This Month in Film: December 2019


Christmas is always a great time for movies, whether that means rewatching Elf for the 150th time or reluctantly trying something new. A Christmas Prince: The Royal Baby, anyone? For four out of the last five holiday seasons, Xmas has also meant a new Star Wars release. The future of that particular franchise seems up in the air at present, but this month would be a cracker even if you took The Rise of Skywalker off the table. Santa’s gone a bit spooky in Blumhouse’s remake of horror classic Black Christmas, while the Shiassance continues in the semi-autobiographical Honey Boy – written by and starring Shia LaBeouf in a portrayal based on his own father. Tom Hooper’s Cats, though, is likely to be scarier than anything else coming to cinemas this Christmas. The musical adaptation could be the flop of the decade – or one of the biggest movies of the year. Based on the intense reaction that the trailers have received, it’s probably going to be one extreme or the other. It’ll be fascinating to see how it plays out. Look out for Oscar contender Marriage Story, too, which received a limited theatrical release last month but lands on Netflix UK on the 6th. With all that covered, here are the top picks for December…

THE BLOCKBUSTER: Star Wars: The Rise of Skywalker, dir. J. J. Abrams

Release date: 19th December

Starring: Daisy Ridley, John Boyega, Adam Driver, Oscar Isaac, Carrie Fisher

Disney has taken an interesting approach to ramping up hype for the latest Star Wars movie, billing The Rise of Skywalker as, conversely, the last in the ‘Skywalker saga’. There are many more Star Wars in the pipeline, people, but this transparent marketing hoodwink, positioning the film as the end of an era, does raise hopes for some sense of finality. In the stories of Luke (Mark Hamill) and Leia (Carrie Fisher), at the very least. Whilst both prior entries can be appreciated on their own merits, the actual through line of this trilogy is yet to emerge. Rian Johnson’s The Last Jedi achieved the surprising feat of being almost as divisive as the prequels (I liked it), so the return of J. J. Abrams to the director’s chair didn’t come as a huge shock. He’s an experienced pair of hands, but better known for raising new mysteries than providing definitive answers. Anyone who has seen Lost knows this. That tendency has already begun to show itself again in Skywalker‘s trailers, with the reintroduction of the long presumed dead Emperor Palpatine (Ian McDiarmid). As with the reappearance of Lando Calrissian (Billy Dee Williams), is this simply fan service to get the die-hards back on side? Or is there a genuine, story-motivated reason for the unexpected revival of these popular characters? We shall see. Either way, it’s likely to make a cool billion just like the last one did. Fingers crossed that, above all, Fisher’s legacy is honoured.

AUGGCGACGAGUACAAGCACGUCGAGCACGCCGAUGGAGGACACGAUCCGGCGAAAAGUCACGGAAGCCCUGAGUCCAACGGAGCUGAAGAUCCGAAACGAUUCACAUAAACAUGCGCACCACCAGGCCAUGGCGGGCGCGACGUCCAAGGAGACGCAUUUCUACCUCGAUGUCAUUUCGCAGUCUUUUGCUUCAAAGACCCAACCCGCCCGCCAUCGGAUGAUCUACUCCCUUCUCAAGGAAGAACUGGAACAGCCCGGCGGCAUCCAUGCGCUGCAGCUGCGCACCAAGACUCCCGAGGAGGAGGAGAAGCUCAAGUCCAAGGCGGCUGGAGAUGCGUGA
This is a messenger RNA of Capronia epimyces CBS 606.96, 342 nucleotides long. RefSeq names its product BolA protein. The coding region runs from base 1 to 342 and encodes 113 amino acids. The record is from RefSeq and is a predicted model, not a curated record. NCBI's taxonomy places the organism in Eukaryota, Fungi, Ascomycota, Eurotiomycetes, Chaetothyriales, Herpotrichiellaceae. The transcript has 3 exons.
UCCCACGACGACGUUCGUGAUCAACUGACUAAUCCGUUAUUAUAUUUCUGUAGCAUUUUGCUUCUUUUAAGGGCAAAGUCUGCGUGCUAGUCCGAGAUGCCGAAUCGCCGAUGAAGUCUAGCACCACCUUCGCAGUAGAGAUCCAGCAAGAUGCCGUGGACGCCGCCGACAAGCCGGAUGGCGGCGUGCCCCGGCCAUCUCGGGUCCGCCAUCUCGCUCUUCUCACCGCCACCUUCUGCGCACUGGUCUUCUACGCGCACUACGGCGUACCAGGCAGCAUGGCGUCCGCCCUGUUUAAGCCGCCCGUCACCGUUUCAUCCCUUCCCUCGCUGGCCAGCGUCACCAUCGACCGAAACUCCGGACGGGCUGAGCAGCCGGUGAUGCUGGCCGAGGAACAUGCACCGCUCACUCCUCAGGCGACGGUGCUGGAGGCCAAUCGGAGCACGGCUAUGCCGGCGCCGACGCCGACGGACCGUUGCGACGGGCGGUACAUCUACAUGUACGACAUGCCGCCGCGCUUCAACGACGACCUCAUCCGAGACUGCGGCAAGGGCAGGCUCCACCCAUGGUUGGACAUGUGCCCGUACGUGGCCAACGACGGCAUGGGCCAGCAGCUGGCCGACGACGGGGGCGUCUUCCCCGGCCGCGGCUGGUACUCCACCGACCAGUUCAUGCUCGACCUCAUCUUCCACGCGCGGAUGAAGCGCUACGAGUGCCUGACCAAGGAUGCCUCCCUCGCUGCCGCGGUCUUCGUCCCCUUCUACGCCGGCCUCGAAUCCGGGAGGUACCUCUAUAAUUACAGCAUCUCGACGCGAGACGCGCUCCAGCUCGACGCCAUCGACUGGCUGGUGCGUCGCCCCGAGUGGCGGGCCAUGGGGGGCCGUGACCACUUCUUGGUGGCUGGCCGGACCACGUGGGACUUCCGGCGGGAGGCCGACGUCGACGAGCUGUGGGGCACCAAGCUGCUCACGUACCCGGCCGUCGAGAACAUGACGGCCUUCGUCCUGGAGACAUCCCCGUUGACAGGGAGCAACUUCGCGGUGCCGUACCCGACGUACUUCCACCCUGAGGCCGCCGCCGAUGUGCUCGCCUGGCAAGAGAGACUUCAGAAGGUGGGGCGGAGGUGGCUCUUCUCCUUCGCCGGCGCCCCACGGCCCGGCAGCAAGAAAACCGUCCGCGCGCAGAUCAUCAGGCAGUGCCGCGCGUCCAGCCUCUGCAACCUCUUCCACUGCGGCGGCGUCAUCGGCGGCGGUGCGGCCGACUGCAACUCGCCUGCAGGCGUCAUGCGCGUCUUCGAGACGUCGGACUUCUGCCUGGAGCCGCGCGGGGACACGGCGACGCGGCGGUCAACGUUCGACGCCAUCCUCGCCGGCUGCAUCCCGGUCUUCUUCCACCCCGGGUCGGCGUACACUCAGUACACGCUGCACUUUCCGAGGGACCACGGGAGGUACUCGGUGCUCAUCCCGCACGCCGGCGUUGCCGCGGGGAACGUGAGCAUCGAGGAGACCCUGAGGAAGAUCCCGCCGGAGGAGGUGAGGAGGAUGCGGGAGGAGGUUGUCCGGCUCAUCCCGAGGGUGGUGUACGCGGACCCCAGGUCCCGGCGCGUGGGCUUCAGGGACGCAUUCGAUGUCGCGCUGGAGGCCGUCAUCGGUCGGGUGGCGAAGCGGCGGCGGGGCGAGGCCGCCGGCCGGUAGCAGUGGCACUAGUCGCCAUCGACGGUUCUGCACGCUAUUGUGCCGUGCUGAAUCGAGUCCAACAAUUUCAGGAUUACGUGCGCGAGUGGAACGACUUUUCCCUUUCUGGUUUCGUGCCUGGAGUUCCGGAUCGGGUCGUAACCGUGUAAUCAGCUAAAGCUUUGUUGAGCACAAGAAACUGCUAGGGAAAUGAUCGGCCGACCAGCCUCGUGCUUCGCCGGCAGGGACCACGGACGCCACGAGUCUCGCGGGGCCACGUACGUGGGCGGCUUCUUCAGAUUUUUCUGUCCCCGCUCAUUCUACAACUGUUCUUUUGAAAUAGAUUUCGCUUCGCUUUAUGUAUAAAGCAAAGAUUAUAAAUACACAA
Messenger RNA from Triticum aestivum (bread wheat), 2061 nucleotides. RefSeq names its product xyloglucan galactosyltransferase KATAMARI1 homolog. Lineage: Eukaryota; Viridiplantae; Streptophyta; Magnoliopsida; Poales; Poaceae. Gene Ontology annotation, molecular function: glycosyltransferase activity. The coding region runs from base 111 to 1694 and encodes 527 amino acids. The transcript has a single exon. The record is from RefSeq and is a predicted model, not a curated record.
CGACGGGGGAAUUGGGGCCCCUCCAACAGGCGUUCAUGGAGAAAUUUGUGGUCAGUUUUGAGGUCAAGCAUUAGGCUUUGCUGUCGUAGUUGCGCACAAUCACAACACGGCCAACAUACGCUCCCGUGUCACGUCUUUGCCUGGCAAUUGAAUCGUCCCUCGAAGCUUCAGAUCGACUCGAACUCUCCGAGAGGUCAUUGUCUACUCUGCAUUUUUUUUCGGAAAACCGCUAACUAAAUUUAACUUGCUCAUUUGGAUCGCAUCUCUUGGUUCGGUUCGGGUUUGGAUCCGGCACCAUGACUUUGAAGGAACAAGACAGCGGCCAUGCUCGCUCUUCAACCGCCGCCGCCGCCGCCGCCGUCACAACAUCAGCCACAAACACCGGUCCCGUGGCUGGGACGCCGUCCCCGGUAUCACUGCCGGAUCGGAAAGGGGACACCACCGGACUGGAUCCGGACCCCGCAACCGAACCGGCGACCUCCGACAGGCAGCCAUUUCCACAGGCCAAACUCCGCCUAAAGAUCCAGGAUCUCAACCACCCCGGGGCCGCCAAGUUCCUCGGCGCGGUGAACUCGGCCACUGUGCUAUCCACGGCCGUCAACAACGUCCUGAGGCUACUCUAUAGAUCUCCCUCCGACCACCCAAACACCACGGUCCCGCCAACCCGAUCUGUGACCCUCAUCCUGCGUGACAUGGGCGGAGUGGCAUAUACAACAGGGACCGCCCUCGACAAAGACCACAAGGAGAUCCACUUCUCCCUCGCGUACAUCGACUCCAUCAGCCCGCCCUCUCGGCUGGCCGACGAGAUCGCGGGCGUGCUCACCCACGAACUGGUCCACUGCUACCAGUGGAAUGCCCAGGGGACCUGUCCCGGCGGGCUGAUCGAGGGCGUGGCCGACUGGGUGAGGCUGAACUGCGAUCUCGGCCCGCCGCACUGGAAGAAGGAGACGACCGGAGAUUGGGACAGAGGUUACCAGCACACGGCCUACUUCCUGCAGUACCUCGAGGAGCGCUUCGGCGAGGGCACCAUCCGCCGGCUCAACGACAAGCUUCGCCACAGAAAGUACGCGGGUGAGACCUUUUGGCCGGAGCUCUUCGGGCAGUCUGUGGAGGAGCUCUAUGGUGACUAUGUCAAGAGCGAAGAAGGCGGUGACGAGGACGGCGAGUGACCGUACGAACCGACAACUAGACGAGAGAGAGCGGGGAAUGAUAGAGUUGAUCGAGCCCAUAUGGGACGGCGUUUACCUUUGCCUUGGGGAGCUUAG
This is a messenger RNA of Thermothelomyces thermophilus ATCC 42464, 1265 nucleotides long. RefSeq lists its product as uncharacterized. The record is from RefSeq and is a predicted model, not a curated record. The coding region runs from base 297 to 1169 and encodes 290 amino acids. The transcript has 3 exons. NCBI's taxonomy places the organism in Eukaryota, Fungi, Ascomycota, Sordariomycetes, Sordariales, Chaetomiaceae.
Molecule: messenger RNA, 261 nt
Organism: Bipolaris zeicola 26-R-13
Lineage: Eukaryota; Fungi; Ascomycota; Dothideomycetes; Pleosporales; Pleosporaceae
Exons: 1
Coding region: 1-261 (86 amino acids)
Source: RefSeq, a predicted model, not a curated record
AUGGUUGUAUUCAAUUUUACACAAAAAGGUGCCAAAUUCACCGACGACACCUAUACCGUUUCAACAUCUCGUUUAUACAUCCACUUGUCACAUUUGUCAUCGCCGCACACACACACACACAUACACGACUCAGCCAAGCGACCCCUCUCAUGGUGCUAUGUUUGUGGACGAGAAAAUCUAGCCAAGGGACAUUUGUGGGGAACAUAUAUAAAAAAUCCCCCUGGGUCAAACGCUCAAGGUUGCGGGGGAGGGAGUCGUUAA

THE ALTERNATIVE: Little Women, dir. Greta Gerwig

Release date: 26th December

Starring: Saoirse Ronan, Emma Watson, Florence Pugh, Timothée Chalamet, Meryl Streep

Greta Gerwig has always been a compelling actress in films like Frances Ha, Mistress America and 20th Century Women. Now, she’s an acclaimed director too. After solo directorial debut Lady Bird blew critics away and scored five Oscar nominations (including Best Director and Best Original Screenplay for Gerwig), she was brought on to direct the seventh(!) feature film adaptation of Louisa May Alcott’s classic novel. Assembling an exciting cast, including Lady Bird stars Saoirse Ronan and Timothée Chalamet, this latest retelling of the story of the four March sisters, set in the aftermath of the American Civil War, promises to be a delightful, intelligent period piece – like the director’s last film, just with early 2000s California transplanted for 1860s New England. Early reviews have been extremely positive. Expect Gerwig and her stacked ensemble, filled out by the likes of Laura Dern, Meryl Streep, Bob Odenkirk and Tracy Letts, to be lining up for the awards early next year. Could Gerwig become only the second woman ever to win the Academy Award for Best Director?

EDITOR’S PICK: Jumanji: The Next Level, dir. Jake Kasdan

Release date: 11th December

Starring: Dwayne Johnson, Jack Black, Kevin Hart, Karen Gillan, Danny DeVito

We didn’t think we needed a Jumanji reboot, but a Jumanji reboot arrived all the same. And it was an absolute blast. Updating the board-game-gone-haywire premise to a more modern concept, with the players now stuck in an immersive video game, 2017’s Jumanji: Welcome to the Jungle had a whole lot of fun with its endless possibilities for mayhem. Together, Dwayne Johnson, Jack Black, Kevin Hart and Karen Gillan made for a great comedy team, each playing on their own star personas as computer avatars under the control of four high schoolers sucked into the game. Black pretending to be a vain teenage girl is something you especially need to see, whilst The Rock taking the mickey out of his ‘macho man’ image is actually quite endearing. The sequel looks to be flipping things on their head, with old-timers Danny DeVito and Danny Glover transported into the world of Jumanji – and into the bodies of Dr. Smolder Bravestone (Johnson) and Franklin “Mouse” Finbar (Hart). The humour is broad, but the stars make it work. There’s going to be plenty of old man jokes this time around, certainly, though if the cast and crew (director Jake Kasdan returns) can capture again that genuine sense of adventure they are sure to be onto another crowd-pleaser.


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Film Editor 2019/20. Enjoys classic Simpsons, R.E.M. and the MCU.

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